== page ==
Every year Womad reliably serves up an embarrassment of musical riches. There’s a seemingly inexhaustible list of extraordinary and – to me at least – largely unknown musicians from around the globe to stumble across. And I mean stumble as this summer I arrived with a torn calf, so hugely frustratingly there was no wild abandoned dancing for me; rhythmic head nodding only – you could, perish the thought, easily have mistaken me for a jazz aficionado.
Of many highlights the peak this year was Dakh Daughters, a powerfully dark art-house collective from the Ukraine. The context of war added additional urgency to their intense, dramatic and moving set of course, but tragically the Ukraine is, as we know, far from the only country suffering conflict. Indeed many performers came from war-ravaged regions of the world. Most moving of all was Sahra Halgan from Somaliland, who cooked and sang for us on the beautifully intimate Taste the World stage. Her story of how – when medical supplies ran out in the hospital she worked in during the war there – she sang to the wounded to ease their pain brings tears to my eyes even as I write. Few of us have easy lives, but it’s humbling to acknowledge just how fortunate we are.
Other musical highlights over the long weekend included Leenalchi, Pongo, Kuunatic, Wiyaala and the Yagayagas, Horace Andy and Dub Asante Band, Polobi and the Gwo Masters and, well, I could go on, and on. Notably, and unsurprisingly as it’s a festival featuring world music, the majority of performers are people of colour. Perhaps less inevitable is the gender mix – Womad does a great job in featuring extraordinary women performers as well as men.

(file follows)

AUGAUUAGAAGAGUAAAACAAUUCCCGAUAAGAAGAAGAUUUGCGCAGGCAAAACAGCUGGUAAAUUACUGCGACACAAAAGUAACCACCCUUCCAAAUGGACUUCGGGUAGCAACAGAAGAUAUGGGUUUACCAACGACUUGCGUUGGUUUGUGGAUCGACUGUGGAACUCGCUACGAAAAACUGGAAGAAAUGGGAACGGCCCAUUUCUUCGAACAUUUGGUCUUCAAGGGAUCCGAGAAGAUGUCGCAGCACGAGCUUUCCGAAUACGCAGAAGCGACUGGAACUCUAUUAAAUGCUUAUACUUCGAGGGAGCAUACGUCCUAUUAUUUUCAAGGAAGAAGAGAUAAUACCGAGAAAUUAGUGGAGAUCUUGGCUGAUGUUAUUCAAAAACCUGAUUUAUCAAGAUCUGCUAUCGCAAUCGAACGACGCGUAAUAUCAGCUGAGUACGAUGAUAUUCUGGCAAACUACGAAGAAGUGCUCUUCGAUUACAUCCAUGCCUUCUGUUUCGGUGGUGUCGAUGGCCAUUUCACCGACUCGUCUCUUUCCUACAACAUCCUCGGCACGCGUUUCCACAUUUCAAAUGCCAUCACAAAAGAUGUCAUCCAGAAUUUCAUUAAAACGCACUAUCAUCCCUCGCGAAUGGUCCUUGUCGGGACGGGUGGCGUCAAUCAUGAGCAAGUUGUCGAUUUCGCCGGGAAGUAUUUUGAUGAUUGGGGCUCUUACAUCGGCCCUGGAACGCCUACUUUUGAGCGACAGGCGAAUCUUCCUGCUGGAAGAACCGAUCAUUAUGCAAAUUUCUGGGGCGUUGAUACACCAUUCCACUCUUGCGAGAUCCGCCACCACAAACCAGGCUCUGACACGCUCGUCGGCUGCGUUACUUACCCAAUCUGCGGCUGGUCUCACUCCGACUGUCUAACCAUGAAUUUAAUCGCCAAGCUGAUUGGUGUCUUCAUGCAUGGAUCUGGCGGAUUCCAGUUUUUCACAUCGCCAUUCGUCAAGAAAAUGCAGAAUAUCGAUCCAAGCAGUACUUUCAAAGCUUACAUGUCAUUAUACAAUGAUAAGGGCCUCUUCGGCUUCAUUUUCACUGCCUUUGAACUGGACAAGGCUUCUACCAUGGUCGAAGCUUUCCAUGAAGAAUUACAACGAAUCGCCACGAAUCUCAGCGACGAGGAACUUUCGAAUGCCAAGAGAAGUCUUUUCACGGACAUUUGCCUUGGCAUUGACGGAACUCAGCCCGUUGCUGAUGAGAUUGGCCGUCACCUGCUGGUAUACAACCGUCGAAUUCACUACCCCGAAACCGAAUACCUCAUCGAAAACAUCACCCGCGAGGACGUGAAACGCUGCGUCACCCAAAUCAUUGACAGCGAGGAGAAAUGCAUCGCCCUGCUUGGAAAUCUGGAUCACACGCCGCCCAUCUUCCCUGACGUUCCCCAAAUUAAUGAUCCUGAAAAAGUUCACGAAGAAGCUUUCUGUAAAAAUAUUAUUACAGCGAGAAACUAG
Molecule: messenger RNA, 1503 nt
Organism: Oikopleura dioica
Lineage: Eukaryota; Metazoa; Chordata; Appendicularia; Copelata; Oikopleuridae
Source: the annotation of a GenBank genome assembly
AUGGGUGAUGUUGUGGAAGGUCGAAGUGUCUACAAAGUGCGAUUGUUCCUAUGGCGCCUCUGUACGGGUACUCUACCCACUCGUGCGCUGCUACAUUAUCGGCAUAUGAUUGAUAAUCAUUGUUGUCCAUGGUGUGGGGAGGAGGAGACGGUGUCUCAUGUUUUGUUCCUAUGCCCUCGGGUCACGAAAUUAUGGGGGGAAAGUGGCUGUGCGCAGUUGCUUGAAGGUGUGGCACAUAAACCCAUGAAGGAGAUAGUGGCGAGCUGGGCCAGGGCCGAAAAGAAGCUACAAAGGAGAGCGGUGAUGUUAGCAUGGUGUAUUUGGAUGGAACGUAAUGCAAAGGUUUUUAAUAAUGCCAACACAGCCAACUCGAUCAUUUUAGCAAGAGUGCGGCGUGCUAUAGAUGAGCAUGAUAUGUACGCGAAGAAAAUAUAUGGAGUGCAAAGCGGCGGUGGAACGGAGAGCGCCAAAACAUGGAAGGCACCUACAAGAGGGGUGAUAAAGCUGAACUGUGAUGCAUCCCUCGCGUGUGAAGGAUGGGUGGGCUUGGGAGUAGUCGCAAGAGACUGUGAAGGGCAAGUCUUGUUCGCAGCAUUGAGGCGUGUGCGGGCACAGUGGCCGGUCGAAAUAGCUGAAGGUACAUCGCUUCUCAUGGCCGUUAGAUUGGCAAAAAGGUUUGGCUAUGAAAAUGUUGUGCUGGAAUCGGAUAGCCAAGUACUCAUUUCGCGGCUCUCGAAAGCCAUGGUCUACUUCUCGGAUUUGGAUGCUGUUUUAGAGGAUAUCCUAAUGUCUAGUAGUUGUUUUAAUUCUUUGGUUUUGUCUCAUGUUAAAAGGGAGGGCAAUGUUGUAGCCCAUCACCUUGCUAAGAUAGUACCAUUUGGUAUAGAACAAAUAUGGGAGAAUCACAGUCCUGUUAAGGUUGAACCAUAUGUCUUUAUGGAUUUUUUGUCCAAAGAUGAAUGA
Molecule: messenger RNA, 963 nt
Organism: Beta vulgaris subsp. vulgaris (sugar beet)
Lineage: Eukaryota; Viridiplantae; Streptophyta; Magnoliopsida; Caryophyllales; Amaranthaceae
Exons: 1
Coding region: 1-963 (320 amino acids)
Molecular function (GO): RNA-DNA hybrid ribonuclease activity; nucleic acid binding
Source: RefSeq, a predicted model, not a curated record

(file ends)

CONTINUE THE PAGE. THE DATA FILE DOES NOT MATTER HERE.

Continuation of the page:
This festival though is not only about music. There’s loads of activities put on to entertain kids and families, an exceptional healing area, a World of Words (books, talks and discussions), a physics tent – the traumas of my physics O’level mean I’ve never been near it, a not so brilliant cosmology dome, a funfair, a good number of retail stalls (many selling the usual festival tat of course but some not; I particularly like the Oxfam shop and other second hand outlets), and an exceptional selection of bars and food stalls. For the greedier among us festival food portions are never enough, but what’s new?
I’ll stick my neck out and go as far as to say there is something for everyone at Womad. Everyone that is who is prepared to brave the increasingly-over-the-weekend gag-inducing environmentally friendly compost loos (the showers were warm, clean and reasonably plentiful though). Mind you, for a mere £60 you could use luxury loos throughout the weekend, or an oh-so-un-tempting £8 a poo. Where there’s muck there’s brass!
All said and done Womad is a very friendly and highly enjoyable festival. The 40,000 or so crowd is primarily but not exclusively middle-aged and middle class, albeit at night a pretty plentiful cool yoof creeps out to play from whatever cracks they’ve hidden in during daylight hours. There are at least four late night dance venues to keep them (and their elders) occupied, with Disco Bear the chock-full and sweaty favourite of the under 25s.
Unfortunately, and it must be mentioned, this year the weather – a fair bit of rain and wind chill especially on the Sunday – was not kind to Womad, or Womud as an older lady and long-time Womad fan I got chatting to while huddling in a dry cafe coined it. She appeared so pleased with her play on words it lifted my flagging spirits. Nonetheless, as a lover of lounging around in the warmth the dodgy weather did make a difference for me, but overall it didn’t significantly dampen proceedings and, as ever, Womad was a joy. I’m already looking forward to the next one.
By Neil del Strother ndelstrother.co.uk
Published on 02 August 2023 by Neil del Strother